Federal Government Faces 3rd Shutdown Threat This Year

Dec 15, 2011
Originally published on December 15, 2011 3:55 am



A different sequel is playing out in Washington, D.C. Once again, the federal government is threatened with a shutdown. Funding to keep it going runs out tomorrow at midnight. A trillion-dollar omnibus spending bill would keep federal agencies open another nine months. What's holding that up is a bitter fight between Republicans and Democrats over extending a payroll tax break. So overnight, Republicans in the House introduced their own trillion-dollar spending bill, aimed at pressuring Democrats to go along with the GOP on both measures. NPR's David Welna has more on this game of chicken.

DAVID WELNA, BYLINE: To the Democrats who run the Senate, Republican leader Mitch McConnell could not have made himself more clear about wanting fast action on the payroll tax-cut extension bill that House Republicans muscled through their chamber on Tuesday evening.


SEN. MITCH MCCONNELL: Pick up the House bill, pass it right here in the Senate, and send it to the president for a signature without theatrics and without delay.

WELNA: But that was McConnell speaking two days ago. Yesterday morning, when Senate Democrats tried bringing up that House bill - a measure they called dead on arrival because of the many provisions in it they found unacceptable - McConnell reversed himself and refused to let the bill come up. Missouri Democrat Claire McCaskill was outraged.


SEN. CLAIRE MCCASKILL: The bill was passed in the House. Why aren't we voting? Why is the Republican Party blocking its own bill?

WELNA: Clearly, Republicans had settled on a new endgame. If the House were to pass the big omnibus spending bill, its members could go home for the holidays. That would leave Senate Democrats with a bad choice: They could either pass the House Republicans' payroll tax-cut bill, or be blamed for letting the typical workers' taxes go up a thousand dollars next year. Again, Senate GOP leader McConnell.


MCCONNELL: So let's deal first with the deadline that happens this Friday. Fund the government through the rest of the fiscal year, and then turn immediately to the payroll tax extension that expires later in January.

WELNA: Nothing doing, shot back Majority Leader Harry Reid. He said things could only move forward by first working out a compromise to extend the payroll tax cut. Reid accused Republicans of actually wanting to see the government shut down.


SEN. HARRY REID: They've had experience doing this. The presumptive Republican nominee, Newt Gingrich, tried that once, and it didn't work so well. So I don't think it's going to work very well again. Everyone knows why the government is going to shut down - if, in fact, it does.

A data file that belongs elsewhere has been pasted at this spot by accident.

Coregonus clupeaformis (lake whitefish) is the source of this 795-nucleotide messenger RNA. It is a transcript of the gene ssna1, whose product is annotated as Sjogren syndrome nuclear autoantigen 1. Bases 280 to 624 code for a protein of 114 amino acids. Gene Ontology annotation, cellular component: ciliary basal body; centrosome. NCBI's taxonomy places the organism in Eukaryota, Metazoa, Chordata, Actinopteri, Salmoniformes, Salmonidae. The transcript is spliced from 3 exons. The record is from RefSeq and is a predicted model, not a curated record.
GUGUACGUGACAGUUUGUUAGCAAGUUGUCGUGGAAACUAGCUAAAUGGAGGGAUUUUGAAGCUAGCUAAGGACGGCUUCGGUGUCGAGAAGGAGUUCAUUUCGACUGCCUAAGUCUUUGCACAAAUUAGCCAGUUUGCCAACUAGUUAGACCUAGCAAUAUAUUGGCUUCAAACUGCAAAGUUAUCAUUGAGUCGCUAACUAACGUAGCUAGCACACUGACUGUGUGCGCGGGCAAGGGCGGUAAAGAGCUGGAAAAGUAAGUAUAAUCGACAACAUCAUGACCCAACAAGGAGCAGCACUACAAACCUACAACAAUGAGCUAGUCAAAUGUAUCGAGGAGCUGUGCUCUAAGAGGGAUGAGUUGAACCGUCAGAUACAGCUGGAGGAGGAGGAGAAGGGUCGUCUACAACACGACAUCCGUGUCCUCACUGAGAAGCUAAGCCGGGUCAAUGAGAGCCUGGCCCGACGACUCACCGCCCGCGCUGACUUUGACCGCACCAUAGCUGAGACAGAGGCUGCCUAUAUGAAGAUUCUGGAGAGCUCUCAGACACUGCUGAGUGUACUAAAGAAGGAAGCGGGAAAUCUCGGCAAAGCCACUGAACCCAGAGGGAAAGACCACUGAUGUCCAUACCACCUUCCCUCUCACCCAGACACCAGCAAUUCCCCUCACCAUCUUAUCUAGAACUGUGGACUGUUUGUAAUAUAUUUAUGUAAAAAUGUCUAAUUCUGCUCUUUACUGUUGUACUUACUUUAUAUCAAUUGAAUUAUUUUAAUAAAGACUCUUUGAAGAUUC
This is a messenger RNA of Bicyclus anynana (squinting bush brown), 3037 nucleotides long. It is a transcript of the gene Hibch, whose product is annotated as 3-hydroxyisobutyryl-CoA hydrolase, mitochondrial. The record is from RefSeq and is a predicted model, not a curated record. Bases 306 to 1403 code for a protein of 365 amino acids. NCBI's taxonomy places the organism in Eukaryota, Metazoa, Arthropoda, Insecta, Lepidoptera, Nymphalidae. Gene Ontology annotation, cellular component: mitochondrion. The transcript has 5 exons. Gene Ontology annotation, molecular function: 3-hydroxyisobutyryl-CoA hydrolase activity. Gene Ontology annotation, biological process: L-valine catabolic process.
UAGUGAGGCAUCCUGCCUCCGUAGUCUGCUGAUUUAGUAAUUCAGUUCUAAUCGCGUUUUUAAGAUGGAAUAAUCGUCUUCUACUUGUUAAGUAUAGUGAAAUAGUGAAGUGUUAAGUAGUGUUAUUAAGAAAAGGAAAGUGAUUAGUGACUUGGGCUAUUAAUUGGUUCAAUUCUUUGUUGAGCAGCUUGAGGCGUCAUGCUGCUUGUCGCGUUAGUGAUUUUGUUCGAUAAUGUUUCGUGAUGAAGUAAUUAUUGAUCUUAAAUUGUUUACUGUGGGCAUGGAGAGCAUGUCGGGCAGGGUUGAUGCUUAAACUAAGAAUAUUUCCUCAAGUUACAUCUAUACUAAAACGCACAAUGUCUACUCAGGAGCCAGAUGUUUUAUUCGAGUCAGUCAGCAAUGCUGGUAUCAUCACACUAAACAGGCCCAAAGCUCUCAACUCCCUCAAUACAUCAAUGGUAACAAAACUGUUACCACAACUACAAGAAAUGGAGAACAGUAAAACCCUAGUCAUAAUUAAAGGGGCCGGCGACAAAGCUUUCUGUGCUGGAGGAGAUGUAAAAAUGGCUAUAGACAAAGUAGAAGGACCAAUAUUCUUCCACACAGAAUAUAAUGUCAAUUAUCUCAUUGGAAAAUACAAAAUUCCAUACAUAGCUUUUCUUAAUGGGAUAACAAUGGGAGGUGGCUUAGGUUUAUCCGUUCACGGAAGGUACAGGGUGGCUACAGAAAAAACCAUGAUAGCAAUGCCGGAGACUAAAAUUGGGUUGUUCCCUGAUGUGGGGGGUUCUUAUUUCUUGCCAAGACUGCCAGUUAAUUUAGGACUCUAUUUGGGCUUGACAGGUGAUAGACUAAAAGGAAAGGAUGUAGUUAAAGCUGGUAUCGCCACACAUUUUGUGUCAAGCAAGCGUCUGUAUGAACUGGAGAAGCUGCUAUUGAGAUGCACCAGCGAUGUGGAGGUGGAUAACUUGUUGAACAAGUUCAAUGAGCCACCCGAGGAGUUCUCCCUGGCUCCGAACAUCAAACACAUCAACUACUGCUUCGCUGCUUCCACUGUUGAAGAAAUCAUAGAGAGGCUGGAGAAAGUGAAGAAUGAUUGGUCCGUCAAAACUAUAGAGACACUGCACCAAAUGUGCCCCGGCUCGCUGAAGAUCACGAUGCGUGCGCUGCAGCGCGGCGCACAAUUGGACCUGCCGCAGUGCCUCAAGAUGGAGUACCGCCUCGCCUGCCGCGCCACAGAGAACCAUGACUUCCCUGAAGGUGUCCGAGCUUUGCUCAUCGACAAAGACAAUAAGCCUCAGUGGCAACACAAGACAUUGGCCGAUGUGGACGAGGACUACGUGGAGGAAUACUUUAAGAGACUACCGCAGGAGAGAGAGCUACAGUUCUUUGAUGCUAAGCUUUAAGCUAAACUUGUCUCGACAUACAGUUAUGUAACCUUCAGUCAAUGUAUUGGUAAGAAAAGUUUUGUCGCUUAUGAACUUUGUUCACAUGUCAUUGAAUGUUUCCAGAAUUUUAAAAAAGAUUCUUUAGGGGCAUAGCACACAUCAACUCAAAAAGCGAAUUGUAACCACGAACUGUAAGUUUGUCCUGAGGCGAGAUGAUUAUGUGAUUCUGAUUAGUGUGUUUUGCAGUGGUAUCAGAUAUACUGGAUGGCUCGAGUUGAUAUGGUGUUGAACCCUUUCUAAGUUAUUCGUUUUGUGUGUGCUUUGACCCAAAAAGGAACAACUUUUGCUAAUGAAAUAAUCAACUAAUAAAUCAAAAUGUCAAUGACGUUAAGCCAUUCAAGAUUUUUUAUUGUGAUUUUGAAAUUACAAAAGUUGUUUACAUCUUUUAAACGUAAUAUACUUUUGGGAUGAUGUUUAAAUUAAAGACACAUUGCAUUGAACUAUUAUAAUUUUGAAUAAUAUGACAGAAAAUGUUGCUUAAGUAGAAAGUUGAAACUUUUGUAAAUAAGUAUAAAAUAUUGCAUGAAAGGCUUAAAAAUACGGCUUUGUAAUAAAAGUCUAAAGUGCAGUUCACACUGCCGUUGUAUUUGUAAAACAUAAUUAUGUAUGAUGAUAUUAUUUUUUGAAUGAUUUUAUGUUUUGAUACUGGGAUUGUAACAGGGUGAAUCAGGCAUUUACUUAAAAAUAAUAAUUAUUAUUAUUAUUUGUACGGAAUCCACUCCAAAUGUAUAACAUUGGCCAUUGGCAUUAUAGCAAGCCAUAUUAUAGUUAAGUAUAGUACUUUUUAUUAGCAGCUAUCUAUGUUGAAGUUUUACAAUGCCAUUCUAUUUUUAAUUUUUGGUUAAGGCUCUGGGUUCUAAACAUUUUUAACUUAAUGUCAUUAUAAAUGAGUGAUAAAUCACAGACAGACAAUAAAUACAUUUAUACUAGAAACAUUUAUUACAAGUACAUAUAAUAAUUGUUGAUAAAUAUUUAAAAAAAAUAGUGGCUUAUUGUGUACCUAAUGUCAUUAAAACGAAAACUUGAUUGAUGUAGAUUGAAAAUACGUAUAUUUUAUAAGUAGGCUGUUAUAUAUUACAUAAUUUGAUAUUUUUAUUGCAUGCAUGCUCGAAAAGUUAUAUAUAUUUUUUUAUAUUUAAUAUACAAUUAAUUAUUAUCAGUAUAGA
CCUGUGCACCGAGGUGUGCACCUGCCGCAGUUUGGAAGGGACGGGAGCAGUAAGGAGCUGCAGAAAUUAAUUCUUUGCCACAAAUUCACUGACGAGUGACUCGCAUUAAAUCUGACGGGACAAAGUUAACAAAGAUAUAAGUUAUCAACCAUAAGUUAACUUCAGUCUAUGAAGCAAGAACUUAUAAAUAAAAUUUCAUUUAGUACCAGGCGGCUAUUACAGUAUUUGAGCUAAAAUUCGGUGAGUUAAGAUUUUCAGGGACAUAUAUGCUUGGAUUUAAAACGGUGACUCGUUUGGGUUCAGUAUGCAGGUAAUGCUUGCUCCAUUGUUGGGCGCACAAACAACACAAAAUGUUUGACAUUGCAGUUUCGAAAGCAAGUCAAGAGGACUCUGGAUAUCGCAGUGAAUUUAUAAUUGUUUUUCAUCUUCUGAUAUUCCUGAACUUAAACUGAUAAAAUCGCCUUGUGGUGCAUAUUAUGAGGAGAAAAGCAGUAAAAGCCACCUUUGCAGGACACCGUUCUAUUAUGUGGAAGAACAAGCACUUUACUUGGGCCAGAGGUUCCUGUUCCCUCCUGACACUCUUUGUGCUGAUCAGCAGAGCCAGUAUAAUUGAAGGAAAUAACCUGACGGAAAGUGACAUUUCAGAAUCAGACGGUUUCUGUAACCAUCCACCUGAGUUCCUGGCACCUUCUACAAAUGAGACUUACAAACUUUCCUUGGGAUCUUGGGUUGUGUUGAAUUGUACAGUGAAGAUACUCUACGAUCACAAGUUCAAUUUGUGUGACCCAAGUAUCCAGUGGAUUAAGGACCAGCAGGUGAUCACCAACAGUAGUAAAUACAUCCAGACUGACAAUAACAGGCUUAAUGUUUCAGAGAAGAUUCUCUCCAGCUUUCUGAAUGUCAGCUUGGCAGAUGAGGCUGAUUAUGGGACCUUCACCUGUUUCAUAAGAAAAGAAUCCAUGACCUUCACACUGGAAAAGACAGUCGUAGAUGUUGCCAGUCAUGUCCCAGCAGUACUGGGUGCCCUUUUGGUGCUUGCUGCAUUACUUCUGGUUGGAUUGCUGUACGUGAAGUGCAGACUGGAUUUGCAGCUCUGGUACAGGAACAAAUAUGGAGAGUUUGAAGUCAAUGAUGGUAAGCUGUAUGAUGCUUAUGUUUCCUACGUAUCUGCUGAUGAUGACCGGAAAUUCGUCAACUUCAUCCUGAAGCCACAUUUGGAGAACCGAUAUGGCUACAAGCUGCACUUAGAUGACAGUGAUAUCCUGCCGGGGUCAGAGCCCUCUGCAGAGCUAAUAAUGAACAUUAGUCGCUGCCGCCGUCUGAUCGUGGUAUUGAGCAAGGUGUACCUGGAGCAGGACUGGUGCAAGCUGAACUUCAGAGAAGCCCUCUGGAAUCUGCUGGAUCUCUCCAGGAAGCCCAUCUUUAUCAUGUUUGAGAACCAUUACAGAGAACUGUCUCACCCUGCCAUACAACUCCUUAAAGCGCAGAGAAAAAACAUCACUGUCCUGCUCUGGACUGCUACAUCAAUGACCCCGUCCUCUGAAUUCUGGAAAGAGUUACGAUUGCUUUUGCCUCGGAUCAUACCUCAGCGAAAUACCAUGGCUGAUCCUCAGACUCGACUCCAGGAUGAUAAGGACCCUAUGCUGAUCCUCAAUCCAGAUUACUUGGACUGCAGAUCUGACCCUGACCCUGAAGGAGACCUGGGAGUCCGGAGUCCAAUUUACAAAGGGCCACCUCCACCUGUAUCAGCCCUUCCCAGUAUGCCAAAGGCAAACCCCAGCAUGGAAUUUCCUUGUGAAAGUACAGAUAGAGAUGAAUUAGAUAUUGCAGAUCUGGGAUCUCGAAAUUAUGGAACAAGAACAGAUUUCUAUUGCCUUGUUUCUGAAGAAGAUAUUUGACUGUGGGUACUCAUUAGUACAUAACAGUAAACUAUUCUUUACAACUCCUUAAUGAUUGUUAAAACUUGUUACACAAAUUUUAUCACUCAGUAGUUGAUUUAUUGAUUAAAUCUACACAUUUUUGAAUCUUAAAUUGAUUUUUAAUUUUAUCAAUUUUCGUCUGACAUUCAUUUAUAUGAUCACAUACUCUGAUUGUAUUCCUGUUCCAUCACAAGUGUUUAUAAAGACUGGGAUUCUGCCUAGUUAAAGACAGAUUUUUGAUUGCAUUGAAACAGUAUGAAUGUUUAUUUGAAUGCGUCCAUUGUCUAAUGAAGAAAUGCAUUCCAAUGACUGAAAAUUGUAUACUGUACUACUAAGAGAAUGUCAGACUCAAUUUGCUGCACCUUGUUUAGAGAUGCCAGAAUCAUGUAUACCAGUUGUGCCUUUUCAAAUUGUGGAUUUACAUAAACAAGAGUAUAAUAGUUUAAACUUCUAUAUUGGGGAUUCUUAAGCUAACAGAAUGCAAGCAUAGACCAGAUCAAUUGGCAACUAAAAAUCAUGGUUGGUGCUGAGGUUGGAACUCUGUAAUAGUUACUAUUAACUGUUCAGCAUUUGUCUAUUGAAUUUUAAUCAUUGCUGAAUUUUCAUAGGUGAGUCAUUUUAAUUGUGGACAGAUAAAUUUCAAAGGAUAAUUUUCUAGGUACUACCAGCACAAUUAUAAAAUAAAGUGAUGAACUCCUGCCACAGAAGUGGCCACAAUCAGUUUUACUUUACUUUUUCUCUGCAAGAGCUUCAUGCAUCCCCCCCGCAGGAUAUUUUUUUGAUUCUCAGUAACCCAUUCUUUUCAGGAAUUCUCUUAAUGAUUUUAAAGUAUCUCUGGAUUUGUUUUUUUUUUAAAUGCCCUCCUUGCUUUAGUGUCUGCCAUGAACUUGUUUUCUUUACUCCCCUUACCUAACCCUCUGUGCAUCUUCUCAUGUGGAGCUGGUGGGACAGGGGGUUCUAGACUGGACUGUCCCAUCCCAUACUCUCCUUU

WELNA: Reid has refused to let Democrats to sign off on the omnibus spending bill conference report, saying some differences have yet to be resolved. That's kept the House from voting on it, and also from leaving town. House Speaker John Boehner told reporters yesterday the time has come to act on the spending bill.


REP. JOHN BOEHNER: So I'm hopeful that the president and Senator Reid will allow the appropriators to sign the conference report, and allow that bill to come to a vote in the House and the Senate to keep our government open.

WELNA: Reid, for his part, said Congress should pass a stop-gap spending bill to keep the government open while the payroll tax-cut extension gets sorted out.


REID: Republicans should give Congress a few more days to finish its job rather than rushing home for vacation.

WELNA: There are signs the impasse may be over soon. Jon Kyl, the Senate's number-two Republican, says it's time to forge a compromise.


SEN. JON KYL: Leader Reid needs to go over and talk to Speaker Boehner, and the two of them figure out what can pass the House and the Senate. That's the bottom line. And the sooner that conversation starts, the better.

WELNA: Senate Democratic aides, meanwhile, say their side may be willing to drop its demand that payroll tax cuts be paid for with the surtax on millionaires. Republicans called that good news and last night, they did not object when Reid once again called up the House payroll tax-cut bill for a vote, possibly later today.

David Welna, NPR News, the Capitol. Transcript provided by NPR, Copyright NPR.